Step 1. Just take some hormone producing medication for a while and still keep trying the old fashion way. We did this for many months and still no luck. 
Step 2. We moved on to the next least invasive procedure and tried Intrauterine Insemination (IUI). After three failed cycles of that the doctor said it was time to move on to something else.
Step 3. Time to start Invitro-Fertilization (IVF). We did a specific type of IVF called Intra – Cytoplasmic Sperm Injection (ICSI) which was relatively new at the time and thought to increase your chances. We ‘put in’ 2 fertilized eggs and waited… the long wait.
Step 4. I am out for a coffee with a friend and I get the call from the fertility clinic to tell me that I am pregnant… but that I need to get to the clinic asap because my levels were too high. You can’t even imagine this call. My story is not the ‘I peed on a stick then ran out excited to tell my partner’. Never the less, it is my pregnancy story and I still remember that call and my friend Barb’s reaction, love, excitement and support.
Step 5. Get levels sorted and then start getting sick. Like, round the clock sick.
Step 6. Go for check-up and learn that part of why I am so sick is that I have too little ones trying to grow inside me! 
Step 7. Pretty good pregnancy (the all day/night sickness only lasted 3 months)
Step 8. At 33 weeks, my girls decide they have had enough and want to come out. We had the girls via emergency caesarean. They were tiny. Lucy was 2 ½ lbs and Zoe was 3 lbs. They spent three weeks in the neonatal intensive care so they could grow a bit more and learn how to eat on their own (without a feeding tube) before coming home.
Step 9. Bring home twin babies with severe reflux and fake it till you make it!!!
Step 10. Graciously accept any and all help and be grateful for the journey that brought these amazing humans in to the world.

Look at that happy dad!
He would remind me to stay hopeful and would remind me that one way or another we would be parents. 

Unless you have a similar experience, it is tough to know what to say or what not to say to someone who may be having fertility issues. Without getting into the nitty-gritty, I often wished that people I spoke to while on this journey had tips to navigate supportive dialogue.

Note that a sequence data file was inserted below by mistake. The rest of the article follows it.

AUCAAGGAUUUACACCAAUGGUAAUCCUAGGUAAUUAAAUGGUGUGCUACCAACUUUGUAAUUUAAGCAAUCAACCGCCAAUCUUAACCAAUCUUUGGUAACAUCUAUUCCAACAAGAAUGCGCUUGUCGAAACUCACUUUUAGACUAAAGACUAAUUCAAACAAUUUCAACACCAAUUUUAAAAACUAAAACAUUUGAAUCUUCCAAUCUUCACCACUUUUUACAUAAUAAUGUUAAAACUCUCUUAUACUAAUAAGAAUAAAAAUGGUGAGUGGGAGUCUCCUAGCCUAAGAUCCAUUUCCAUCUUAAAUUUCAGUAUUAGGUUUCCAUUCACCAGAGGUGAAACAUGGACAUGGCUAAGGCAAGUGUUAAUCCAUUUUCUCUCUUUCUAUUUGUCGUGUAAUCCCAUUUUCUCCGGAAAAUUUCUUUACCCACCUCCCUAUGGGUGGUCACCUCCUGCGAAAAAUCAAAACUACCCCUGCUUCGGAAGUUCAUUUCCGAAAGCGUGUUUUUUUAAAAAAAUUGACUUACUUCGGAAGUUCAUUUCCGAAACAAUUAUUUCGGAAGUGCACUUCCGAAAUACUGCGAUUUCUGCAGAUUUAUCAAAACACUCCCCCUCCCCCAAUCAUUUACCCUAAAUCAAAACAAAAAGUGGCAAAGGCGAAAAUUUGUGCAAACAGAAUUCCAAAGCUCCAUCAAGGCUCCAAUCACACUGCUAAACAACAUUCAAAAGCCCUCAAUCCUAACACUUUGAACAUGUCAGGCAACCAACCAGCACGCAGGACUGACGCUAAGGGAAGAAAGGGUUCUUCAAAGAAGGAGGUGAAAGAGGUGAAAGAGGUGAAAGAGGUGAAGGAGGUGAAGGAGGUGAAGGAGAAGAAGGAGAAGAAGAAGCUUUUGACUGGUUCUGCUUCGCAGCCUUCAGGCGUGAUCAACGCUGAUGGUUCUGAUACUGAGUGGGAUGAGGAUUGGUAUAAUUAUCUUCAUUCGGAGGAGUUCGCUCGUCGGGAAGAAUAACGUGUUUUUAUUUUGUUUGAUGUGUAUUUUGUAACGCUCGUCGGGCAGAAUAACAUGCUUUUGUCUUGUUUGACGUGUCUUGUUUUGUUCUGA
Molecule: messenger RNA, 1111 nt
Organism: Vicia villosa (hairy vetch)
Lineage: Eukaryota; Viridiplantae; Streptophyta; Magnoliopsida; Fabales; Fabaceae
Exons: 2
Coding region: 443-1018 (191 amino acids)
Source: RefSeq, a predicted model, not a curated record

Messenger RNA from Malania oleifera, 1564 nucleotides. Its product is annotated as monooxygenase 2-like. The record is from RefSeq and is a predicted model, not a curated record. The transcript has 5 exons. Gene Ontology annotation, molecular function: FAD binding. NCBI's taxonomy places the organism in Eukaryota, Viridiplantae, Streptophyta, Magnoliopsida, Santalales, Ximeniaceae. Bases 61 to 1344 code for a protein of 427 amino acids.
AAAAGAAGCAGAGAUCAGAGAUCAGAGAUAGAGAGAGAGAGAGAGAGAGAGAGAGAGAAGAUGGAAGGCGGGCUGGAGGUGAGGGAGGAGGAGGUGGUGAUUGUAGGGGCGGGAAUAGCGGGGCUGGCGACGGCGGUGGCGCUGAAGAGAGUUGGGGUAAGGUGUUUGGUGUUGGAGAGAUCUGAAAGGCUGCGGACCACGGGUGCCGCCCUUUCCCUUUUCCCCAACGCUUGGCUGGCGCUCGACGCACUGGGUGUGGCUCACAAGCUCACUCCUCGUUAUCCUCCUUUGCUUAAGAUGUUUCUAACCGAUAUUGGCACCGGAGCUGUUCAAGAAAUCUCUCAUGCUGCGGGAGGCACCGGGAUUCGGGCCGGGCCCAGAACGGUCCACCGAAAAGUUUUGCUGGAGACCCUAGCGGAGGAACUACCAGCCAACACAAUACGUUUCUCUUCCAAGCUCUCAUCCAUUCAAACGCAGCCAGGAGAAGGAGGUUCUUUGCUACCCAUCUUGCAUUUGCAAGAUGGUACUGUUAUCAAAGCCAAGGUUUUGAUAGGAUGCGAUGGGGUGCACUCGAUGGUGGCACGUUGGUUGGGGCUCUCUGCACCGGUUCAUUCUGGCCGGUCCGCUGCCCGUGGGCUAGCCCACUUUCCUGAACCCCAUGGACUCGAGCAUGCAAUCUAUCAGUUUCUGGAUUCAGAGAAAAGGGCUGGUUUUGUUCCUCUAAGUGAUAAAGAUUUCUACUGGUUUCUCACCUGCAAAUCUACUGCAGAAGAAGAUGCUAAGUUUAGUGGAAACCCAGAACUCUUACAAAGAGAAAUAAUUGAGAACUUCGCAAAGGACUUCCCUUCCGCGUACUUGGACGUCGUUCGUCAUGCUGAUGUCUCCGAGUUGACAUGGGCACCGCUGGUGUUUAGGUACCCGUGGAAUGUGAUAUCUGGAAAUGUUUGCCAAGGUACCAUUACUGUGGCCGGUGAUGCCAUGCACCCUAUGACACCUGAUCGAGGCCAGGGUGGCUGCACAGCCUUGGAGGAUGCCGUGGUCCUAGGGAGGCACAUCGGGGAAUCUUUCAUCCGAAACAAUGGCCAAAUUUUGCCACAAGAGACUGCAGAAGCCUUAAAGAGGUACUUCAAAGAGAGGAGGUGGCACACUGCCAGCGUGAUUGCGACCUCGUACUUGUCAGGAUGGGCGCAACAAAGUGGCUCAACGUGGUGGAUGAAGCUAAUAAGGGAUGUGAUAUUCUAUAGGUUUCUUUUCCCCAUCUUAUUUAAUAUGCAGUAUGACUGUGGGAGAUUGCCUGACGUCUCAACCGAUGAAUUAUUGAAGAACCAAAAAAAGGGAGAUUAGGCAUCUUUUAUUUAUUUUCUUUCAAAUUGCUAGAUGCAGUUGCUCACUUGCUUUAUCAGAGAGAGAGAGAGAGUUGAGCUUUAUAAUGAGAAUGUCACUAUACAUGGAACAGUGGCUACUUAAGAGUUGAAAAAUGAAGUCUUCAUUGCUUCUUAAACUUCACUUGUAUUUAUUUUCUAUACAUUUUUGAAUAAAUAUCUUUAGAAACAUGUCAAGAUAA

So, guess what? I’m including tips below. Check them out:

What to Say/Not Say to People Who May Be Struggling with Fertility Issues

1.    If you know a couple that does not have children, please do not ask them why or when they plan to have children. For many reasons, this question is inappropriate. For all you know they could have been trying for years or may have already had many losses. Or, they simply have chosen not to have children and likely do not want to explain to you why they have made that choice.
2.    Please keep your encouraging stories to yourself. I know people believe they are being supportive by telling stories about their cousin’s friend’s neighbour who had trouble just like you conceiving and then just like that got pregnant after a weekend away, but these stories are very rarely helpful. Instead just listen and acknowledge how difficult it must be.
3.    If you have a ‘moral’ or ‘ethical’ opinion about fertility treatment please only share this IF asked directly what your moral or ethical opinion is.
4.    Know that being around other pregnant women and new moms is TOUGH! I quietly went and cried in many bathrooms in these situations. 
Sometimes people struggling with infertility find it difficult and sometimes even traumatizing to be with people who currently have what they so desperately want. HERE is a great article on this topic on the difference between envy and jealousy. 
5.    Know the difference between depression and grief for your loved ones struggling with infertility. Don’t assume they are depressed, often what you are seeing is grief and grief is normal. For a great article on the difference between grief and depression click HERE

The girls now...looking oh so grown up!

For more information on fertility awareness you can go HERE

To all the people out there who have walked this journey or are walking it now, we see you. 

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In sisterhood,
Jody